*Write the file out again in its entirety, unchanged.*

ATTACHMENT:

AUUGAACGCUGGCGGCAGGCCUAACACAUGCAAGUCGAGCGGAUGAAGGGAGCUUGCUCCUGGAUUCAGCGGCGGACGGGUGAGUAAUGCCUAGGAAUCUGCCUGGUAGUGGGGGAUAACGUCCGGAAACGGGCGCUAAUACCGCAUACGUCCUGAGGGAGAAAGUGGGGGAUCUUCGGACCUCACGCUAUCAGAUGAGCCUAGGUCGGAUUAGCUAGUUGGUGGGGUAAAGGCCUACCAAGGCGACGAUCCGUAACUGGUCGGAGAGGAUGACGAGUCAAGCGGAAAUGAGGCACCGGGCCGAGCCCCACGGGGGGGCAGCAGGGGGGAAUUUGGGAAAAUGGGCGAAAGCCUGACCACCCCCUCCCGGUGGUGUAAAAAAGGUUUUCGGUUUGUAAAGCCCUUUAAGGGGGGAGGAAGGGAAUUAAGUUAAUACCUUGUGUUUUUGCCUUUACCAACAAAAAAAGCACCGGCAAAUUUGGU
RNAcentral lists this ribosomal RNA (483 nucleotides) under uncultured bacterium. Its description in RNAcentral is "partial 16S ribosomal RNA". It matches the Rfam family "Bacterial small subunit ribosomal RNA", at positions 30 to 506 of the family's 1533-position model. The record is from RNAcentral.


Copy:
AUUGAACGCUGGCGGCAGGCCUAACACAUGCAAGUCGAGCGGAUGAAGGGAGCUUGCUCCUGGAUUCAGCGGCGGACGGGUGAGUAAUGCCUAGGAAUCUGCCUGGUAGUGGGGGAUAACGUCCGGAAACGGGCGCUAAUACCGCAUACGUCCUGAGGGAGAAAGUGGGGGAUCUUCGGACCUCACGCUAUCAGAUGAGCCUAGGUCGGAUUAGCUAGUUGGUGGGGUAAAGGCCUACCAAGGCGACGAUCCGUAACUGGUCGGAGAGGAUGACGAGUCAAGCGGAAAUGAGGCACCGGGCCGAGCCCCACGGGGGGGCAGCAGGGGGGAAUUUGGGAAAAUGGGCGAAAGCCUGACCACCCCCUCCCGGUGGUGUAAAAAAGGUUUUCGGUUUGUAAAGCCCUUUAAGGGGGGAGGAAGGGAAUUAAGUUAAUACCUUGUGUUUUUGCCUUUACCAACAAAAAAAGCACCGGCAAAUUUGGU
RNAcentral lists this ribosomal RNA (483 nucleotides) under uncultured bacterium. Its description in RNAcentral is "partial 16S ribosomal RNA". It matches the Rfam family "Bacterial small subunit ribosomal RNA", at positions 30 to 506 of the family's 1533-position model. The record is from RNAcentral.